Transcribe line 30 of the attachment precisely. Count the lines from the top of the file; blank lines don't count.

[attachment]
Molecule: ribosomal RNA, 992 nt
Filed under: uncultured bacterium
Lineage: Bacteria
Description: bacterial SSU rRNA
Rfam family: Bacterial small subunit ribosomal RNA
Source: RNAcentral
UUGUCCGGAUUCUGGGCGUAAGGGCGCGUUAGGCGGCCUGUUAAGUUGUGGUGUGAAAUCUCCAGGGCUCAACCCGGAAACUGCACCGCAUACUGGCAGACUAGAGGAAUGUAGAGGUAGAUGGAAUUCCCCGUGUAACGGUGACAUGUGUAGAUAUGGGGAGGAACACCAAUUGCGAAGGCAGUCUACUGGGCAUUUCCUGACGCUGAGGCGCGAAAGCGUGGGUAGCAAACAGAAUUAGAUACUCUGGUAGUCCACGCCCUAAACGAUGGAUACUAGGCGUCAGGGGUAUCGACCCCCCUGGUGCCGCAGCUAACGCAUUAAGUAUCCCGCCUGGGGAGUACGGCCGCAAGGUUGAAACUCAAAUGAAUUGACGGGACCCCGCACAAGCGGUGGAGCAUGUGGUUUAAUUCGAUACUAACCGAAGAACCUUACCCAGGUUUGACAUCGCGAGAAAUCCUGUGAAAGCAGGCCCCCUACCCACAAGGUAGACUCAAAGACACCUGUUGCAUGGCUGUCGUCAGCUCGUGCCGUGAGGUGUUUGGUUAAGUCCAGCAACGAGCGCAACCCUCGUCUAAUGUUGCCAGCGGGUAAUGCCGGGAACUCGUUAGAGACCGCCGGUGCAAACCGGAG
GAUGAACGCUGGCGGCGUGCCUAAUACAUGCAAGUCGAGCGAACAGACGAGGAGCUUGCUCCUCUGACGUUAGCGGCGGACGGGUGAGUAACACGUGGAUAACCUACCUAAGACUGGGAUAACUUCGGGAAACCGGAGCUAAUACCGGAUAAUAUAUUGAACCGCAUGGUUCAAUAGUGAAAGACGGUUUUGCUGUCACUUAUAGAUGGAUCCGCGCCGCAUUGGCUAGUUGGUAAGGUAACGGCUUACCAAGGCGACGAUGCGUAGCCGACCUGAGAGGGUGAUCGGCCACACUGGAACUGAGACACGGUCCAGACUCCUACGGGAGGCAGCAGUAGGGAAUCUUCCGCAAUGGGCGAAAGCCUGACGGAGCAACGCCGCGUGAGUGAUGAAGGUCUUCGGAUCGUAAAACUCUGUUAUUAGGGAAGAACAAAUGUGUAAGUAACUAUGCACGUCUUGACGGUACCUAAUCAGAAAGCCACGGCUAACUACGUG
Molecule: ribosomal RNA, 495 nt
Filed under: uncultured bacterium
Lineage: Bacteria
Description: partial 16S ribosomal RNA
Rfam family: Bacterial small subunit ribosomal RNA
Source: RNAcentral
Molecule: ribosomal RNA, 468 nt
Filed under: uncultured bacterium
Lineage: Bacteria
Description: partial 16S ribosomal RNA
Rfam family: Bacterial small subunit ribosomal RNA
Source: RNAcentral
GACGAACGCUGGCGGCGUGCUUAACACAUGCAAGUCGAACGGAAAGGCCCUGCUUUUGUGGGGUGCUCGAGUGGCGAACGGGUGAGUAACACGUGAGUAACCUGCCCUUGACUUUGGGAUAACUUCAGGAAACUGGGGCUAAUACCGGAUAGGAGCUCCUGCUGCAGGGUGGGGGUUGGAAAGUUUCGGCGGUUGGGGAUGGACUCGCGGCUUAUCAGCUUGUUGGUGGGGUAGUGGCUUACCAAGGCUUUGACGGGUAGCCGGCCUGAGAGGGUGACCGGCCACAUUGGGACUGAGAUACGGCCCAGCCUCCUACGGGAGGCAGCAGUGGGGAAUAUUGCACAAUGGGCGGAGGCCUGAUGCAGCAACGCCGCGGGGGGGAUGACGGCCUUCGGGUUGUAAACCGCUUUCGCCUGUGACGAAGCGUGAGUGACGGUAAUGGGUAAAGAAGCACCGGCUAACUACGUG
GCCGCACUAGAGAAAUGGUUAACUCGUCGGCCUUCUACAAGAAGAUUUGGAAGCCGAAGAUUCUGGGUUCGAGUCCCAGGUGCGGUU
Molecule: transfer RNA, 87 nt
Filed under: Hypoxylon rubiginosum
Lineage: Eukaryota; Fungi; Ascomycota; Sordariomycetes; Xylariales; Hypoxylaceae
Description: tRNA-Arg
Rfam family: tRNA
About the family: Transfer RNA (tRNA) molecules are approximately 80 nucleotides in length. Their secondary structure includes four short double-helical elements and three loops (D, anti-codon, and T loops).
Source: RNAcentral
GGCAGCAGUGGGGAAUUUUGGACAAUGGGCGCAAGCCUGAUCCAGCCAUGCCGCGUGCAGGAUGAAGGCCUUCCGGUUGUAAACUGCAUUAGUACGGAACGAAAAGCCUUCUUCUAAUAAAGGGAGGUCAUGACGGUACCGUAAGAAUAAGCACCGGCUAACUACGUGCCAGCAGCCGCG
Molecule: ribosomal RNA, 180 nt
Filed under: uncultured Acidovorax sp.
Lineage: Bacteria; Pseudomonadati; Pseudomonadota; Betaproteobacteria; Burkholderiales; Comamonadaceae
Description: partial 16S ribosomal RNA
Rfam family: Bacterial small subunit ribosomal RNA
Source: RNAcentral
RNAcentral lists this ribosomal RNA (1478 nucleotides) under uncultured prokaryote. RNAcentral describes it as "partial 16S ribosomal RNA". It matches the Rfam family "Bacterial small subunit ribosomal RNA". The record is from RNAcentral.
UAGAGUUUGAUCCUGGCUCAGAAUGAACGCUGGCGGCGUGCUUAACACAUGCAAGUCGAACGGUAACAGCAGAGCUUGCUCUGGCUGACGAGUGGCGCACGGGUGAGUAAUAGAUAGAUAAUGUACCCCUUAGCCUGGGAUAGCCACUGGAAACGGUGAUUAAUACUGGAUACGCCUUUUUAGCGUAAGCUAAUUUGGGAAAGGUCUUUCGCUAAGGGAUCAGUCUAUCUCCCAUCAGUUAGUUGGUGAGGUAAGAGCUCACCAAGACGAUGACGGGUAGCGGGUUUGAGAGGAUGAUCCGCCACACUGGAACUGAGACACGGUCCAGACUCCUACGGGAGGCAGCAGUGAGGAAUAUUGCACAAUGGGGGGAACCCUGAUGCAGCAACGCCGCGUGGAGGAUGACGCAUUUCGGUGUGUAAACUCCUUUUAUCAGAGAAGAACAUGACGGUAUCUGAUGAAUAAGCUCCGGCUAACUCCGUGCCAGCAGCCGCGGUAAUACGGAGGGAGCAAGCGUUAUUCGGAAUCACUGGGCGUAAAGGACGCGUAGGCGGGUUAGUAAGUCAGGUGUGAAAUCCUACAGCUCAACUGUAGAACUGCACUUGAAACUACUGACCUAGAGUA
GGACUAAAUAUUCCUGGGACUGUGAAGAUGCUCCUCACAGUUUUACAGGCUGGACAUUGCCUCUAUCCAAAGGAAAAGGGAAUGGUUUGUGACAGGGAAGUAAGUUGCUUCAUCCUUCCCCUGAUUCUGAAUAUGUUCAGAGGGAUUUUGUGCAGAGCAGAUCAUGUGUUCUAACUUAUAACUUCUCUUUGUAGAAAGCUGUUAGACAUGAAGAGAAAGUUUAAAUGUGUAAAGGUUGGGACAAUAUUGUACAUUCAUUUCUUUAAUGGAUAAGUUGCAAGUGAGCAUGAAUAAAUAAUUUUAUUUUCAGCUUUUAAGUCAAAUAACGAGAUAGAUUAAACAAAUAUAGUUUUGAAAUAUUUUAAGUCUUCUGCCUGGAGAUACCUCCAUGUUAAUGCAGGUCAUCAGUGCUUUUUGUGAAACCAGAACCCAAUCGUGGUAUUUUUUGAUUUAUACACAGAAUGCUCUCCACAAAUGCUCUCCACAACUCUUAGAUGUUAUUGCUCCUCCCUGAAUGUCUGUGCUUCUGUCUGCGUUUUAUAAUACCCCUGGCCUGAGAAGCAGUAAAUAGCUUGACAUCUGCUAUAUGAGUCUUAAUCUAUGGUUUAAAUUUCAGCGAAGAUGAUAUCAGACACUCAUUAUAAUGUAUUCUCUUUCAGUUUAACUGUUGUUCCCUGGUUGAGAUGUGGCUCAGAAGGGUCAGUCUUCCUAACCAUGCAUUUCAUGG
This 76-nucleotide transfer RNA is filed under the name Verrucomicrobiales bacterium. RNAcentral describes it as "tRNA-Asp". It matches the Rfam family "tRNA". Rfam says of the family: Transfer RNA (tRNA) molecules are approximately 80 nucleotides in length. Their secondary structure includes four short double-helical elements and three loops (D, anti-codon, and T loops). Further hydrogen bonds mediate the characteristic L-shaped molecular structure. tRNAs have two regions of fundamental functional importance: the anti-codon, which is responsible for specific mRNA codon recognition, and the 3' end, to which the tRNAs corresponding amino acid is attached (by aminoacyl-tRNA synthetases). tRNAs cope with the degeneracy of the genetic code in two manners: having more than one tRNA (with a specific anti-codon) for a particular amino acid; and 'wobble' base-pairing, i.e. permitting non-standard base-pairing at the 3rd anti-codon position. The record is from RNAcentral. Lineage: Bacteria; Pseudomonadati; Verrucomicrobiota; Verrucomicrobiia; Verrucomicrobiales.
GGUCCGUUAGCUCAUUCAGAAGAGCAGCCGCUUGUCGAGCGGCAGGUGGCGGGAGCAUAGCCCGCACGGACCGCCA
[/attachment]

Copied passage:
GGCAGCAGUGGGGAAUUUUGGACAAUGGGCGCAAGCCUGAUCCAGCCAUGCCGCGUGCAGGAUGAAGGCCUUCCGGUUGUAAACUGCAUUAGUACGGAACGAAAAGCCUUCUUCUAAUAAAGGGAGGUCAUGACGGUACCGUAAGAAUAAGCACCGGCUAACUACGUGCCAGCAGCCGCG